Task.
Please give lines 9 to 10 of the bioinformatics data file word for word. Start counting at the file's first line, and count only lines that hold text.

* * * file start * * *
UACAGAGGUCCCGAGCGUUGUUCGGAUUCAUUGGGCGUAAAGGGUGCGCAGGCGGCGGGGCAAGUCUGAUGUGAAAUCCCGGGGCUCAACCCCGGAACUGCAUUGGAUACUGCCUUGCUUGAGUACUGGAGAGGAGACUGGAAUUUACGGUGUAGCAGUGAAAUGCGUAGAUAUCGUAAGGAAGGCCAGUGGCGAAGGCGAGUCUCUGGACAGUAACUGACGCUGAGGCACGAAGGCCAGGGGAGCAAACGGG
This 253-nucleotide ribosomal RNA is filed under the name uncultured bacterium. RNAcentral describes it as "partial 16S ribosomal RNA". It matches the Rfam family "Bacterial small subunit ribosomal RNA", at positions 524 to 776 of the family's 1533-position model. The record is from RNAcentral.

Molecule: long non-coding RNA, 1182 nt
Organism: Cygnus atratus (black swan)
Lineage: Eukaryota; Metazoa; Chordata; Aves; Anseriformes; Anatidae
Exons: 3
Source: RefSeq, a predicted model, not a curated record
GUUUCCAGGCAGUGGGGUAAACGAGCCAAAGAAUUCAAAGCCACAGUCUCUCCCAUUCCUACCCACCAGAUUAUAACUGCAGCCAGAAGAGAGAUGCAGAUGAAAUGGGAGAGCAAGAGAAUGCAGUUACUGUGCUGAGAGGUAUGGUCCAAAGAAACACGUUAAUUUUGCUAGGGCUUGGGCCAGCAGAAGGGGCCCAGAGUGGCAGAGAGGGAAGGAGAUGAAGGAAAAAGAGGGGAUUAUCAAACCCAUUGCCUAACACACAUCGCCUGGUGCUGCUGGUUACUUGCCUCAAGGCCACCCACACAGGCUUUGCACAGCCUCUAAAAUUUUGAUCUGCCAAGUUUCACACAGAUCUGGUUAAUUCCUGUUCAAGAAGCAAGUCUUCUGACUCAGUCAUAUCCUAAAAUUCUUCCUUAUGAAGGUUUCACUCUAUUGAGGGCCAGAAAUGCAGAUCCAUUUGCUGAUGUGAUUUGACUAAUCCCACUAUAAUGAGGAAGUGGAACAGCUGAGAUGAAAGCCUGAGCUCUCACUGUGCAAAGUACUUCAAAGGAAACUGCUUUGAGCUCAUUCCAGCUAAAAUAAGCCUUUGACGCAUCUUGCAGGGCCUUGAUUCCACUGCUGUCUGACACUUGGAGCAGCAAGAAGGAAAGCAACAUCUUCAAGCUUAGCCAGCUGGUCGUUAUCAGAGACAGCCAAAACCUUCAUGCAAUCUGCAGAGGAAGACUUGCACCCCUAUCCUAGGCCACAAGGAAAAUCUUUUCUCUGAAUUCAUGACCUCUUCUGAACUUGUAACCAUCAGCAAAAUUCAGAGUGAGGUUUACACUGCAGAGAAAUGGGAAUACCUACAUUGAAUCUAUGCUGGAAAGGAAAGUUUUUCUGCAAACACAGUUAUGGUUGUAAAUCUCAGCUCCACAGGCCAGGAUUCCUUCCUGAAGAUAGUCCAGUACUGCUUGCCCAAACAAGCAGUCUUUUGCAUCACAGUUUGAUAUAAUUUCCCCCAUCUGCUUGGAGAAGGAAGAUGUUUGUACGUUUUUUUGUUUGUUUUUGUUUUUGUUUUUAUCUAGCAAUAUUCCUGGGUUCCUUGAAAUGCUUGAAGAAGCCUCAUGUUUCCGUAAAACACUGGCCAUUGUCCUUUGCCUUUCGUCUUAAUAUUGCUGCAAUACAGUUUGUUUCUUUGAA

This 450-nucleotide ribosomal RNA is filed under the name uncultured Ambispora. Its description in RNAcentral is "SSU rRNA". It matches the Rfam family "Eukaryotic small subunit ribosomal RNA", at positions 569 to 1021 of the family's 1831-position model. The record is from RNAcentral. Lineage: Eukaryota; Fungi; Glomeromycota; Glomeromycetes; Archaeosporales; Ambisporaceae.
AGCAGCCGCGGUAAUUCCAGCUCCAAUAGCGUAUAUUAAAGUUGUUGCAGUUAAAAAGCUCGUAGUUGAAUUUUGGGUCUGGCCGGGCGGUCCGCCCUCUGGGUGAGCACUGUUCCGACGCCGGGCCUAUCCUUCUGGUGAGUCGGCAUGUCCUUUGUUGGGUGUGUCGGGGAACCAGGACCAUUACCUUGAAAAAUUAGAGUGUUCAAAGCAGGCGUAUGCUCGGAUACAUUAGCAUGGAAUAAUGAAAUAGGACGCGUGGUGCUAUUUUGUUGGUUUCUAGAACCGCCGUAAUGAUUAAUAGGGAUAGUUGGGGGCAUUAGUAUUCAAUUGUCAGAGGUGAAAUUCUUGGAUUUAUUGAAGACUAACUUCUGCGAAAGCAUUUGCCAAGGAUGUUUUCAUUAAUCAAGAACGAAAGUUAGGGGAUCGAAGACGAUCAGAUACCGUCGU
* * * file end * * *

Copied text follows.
This 450-nucleotide ribosomal RNA is filed under the name uncultured Ambispora. Its description in RNAcentral is "SSU rRNA". It matches the Rfam family "Eukaryotic small subunit ribosomal RNA", at positions 569 to 1021 of the family's 1831-position model. The record is from RNAcentral. Lineage: Eukaryota; Fungi; Glomeromycota; Glomeromycetes; Archaeosporales; Ambisporaceae.
AGCAGCCGCGGUAAUUCCAGCUCCAAUAGCGUAUAUUAAAGUUGUUGCAGUUAAAAAGCUCGUAGUUGAAUUUUGGGUCUGGCCGGGCGGUCCGCCCUCUGGGUGAGCACUGUUCCGACGCCGGGCCUAUCCUUCUGGUGAGUCGGCAUGUCCUUUGUUGGGUGUGUCGGGGAACCAGGACCAUUACCUUGAAAAAUUAGAGUGUUCAAAGCAGGCGUAUGCUCGGAUACAUUAGCAUGGAAUAAUGAAAUAGGACGCGUGGUGCUAUUUUGUUGGUUUCUAGAACCGCCGUAAUGAUUAAUAGGGAUAGUUGGGGGCAUUAGUAUUCAAUUGUCAGAGGUGAAAUUCUUGGAUUUAUUGAAGACUAACUUCUGCGAAAGCAUUUGCCAAGGAUGUUUUCAUUAAUCAAGAACGAAAGUUAGGGGAUCGAAGACGAUCAGAUACCGUCGU